What If the Future Is With Business Banking?

man looking at bank account on laptop (Source: Shutterstock)

Fintechs, once lauded, incorrectly, as the greatest threat to community banks and credit unions, traditionally sought to disrupt the consumer banking experience. Venmo and PayPal made exchanging money easier. Wealthfront and Robinhood brought investing directly to the consumer. However, the small business market has seen the least amount of attention and thus, disruption.

We are sitting on a precipice, as the need to streamline business processes begins to converge with consumer expectations and demands of a digital “anywhere” mentality.

So, we must continue to ask, “What if?” In 2007, Steve Jobs asked “what if” when he launched the iPhone. In 2011 mobile banking companies asked “what if” with an untethered mobile banking device. Just four years ago, Malauzai, a Finastra company, asked, “What if you could approve a wire from the comfort of your children’s t-ball game? What if we could give ACH to a consumer with the click of a button?”

According to a recent study conducted by JP Morgan, payments is the most valued online business banking activity.

What if you could offer a truly holistic view of payments? Think of account receivables, where the payments process starts with an invoice. What if we could empower businesses, of any size, to produce an invoice? That invoice then produces an outstanding receivable that could be further fed into a cash position calendar. If you know that there is an outstanding receivable, you know the balance is going to shift when that payment comes in. This allows the credit union, and the business, to predict cash flow today, tomorrow and even six months out.

What if we could enable all of our businesses with a mobile wallet? What if your credit union can help solve the biggest problems businesses see, such as getting paid?

At the end of the day, these “what ifs” are ways that you can give your business members the tools they need to get paid faster and identify future lending or investment needs.

The Institute of Financial Management reported that accounts payable departments still receive the majority of their invoices as paper, leaving 60% of businesses dissatisfied with their receivables processes.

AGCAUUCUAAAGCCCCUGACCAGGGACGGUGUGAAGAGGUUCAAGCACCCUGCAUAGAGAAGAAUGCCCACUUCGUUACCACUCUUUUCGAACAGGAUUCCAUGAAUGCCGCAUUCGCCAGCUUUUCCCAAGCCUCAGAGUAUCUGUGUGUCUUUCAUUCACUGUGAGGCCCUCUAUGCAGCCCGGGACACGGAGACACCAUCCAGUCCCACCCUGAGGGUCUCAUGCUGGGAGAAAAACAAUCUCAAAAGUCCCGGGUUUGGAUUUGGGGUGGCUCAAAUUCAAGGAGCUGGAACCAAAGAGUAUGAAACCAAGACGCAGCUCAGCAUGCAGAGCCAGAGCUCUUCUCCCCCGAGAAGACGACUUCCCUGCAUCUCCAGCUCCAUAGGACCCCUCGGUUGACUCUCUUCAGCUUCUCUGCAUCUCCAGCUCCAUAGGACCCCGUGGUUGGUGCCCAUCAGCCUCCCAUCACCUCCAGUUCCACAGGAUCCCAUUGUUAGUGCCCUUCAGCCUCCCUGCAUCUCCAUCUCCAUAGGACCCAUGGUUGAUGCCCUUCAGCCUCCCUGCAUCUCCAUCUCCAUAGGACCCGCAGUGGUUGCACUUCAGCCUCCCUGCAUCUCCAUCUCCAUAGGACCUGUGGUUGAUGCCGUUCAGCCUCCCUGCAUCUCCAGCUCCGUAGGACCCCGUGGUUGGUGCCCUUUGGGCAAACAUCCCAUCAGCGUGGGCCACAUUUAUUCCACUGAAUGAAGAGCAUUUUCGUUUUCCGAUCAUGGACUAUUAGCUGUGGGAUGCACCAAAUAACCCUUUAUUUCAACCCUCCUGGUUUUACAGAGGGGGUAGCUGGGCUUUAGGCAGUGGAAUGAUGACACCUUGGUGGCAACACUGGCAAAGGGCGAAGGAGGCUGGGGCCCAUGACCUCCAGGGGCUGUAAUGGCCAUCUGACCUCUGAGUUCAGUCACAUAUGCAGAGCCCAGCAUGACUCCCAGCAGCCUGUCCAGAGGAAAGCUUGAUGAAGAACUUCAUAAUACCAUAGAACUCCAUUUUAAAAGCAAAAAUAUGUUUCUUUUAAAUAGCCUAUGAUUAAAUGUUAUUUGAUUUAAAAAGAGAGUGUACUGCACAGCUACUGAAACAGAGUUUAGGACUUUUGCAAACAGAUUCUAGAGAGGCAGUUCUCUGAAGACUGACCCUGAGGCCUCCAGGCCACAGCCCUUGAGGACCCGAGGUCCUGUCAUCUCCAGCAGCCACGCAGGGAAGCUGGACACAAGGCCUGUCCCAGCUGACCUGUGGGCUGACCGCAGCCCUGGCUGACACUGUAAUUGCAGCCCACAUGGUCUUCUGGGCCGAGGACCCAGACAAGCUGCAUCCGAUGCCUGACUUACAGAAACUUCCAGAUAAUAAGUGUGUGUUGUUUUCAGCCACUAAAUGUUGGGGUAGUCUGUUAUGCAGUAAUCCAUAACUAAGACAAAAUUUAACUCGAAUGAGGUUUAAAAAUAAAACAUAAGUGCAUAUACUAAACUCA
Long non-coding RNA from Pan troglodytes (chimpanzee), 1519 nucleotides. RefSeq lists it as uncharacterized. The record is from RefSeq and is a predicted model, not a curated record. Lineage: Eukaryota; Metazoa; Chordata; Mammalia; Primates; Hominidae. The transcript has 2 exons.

If you have greater insight into what payments are coming in, when they are coming in, how much they will be and from whom, you can reduce the length of account receivable cycles. That means snail mail, invoice payments, client management, reconcilement and deposits are all streamlined.

Imagine your top business member is a property management firm. This business has established electronic debits to collect lease payments on a monthly basis. Payments are going smoothly until the inevitable call comes requesting an account change or extension, creating a lot of administrative costs, returns and delays in getting paid. Imagine the “what if” eliminating this burden by enabling the business with a self-service payment app that streamlines the payment and client management.

What if there were more integrations to your digital business banking? Unlike managing a siloed account receivable system, a common trait of account receivable systems, what if you had a single source of integrated data sources? It would certainly provide businesses and institutions with greater insight into their cash position.

Today, we are asking, what if we blended the line between your expensive cash management solution, your easy-to-navigate small business digital banking solution and your data analytics engine? What if an easier, complete business banking solution is exactly what your community needs to scale and grow?

What if indeed.

Michael Abare

Michael Abare is Senior Product Manager for Finastra in Austin, Texas.